Category: Law and Order

By on December 23, 2020

IRS

The IRS has issued the 2021 standard mileage rates used to calculate the deductible costs of operating an automobile for business, charitable, medical, or moving purposes.

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By on December 22, 2020

NHTSA odometer disclosure

NHTSA, the U.S. Department of Transportation’s National Highway Traffic Safety Administration, issued a reminder that starting January 1, 2021, every vehicle ownership transfer will require an odometer statement for the first 20 years.

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By on January 28, 2020

Policing a population is expensive. Law enforcement departments around the globe have long sought a way to tamp down costs or, more often, find better forms of supplemental revenue. Unfortunately, sending the SWAT team on a raid or hiring additional officers to patrol the highway for speeders costs money. But the price of surveillance technology continues to go down, encouraging agencies to tap into their rather robust capabilities — potentially at our expense.

China, the world leader in mass government surveillance, already has the ability to use its vast network of cameras to take over all manner of on-the-street policing. Electronic eyes are everywhere, often networked to facial recognition or plate identification technologies that enable authorities to mail you a ticket for speeding, jaywalking, or whatever else the patrolman failed to see you do in person. While some of the penalties stop at being publicly shamed via a national database or having your social credit score dropped (potentially barring you from some goods and services), these systems have also increased the number of finable offenses that make departments money.

While similar systems have been available in the United States, it seems the country’s penchant for liberty has drastically slowed their implementation. Yet it’s still happening, and there’s reason to suggest items like license plate readers and facial recognition software will soon become standard equipment for many (if not most) North American police departments.  Read More >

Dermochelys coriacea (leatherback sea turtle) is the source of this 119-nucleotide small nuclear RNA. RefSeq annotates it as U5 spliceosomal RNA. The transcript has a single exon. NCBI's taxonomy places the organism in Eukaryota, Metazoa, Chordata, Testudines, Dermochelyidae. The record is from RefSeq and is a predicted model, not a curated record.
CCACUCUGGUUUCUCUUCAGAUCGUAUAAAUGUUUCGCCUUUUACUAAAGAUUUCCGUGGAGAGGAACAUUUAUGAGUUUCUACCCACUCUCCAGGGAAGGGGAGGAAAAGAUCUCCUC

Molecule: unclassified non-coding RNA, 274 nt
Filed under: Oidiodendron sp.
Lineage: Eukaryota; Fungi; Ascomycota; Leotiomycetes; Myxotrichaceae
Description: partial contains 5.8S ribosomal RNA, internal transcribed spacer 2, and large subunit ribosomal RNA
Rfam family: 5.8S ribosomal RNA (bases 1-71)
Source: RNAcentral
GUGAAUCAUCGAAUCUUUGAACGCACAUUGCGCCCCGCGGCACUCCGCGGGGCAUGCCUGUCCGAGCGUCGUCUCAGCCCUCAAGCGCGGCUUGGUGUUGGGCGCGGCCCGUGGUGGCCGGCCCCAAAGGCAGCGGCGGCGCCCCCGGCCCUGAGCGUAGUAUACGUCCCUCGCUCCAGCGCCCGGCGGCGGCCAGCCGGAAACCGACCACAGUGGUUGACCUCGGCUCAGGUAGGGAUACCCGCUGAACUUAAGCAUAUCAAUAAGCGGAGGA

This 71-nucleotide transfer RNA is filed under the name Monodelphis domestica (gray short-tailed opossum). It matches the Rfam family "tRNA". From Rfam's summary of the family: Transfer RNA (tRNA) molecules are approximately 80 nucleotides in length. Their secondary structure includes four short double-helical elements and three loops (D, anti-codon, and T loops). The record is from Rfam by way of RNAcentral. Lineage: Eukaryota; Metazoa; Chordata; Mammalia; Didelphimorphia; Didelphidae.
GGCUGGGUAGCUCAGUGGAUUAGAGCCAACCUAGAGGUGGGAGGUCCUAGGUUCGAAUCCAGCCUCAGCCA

By on January 22, 2020

Earlier this month, two GM engineers were arrested in Bowling Green, Kentucky for illegally street racing the new 2020 Chevrolet Corvette. Three Stingrays were present, but only two of the men were caught breaking the law. Kentucky State Police stopped Alexander Thim and Mark Derkatz on January 8th, on Lovers Lane in Bowling Green, for exceeding the road’s 45-mph speed limit.

Thim was busted doing 120 mph while Derkatz settled on a nice, round 100 mph, according to local outlet WNKY. However, even 26 mph over the limit would be enough to haul them into custody and set court dates that could end in a suspended license. It seems the two men were also fired from General Motors for hooning the mid-engined C8 before the general public was provided the opportunity. Read More >

By on November 21, 2019

The 2nd U.S. Circuit Court of Appeals in Manhattan has decided to give General Motors a pass on the punitive damages associated with its faulty ignition switches. If you don’t recall the issue, it’s hardly your fault. The cars were manufactured prior to GM’s 2009 bankruptcy declaration and encompassed models from brands that no longer exist.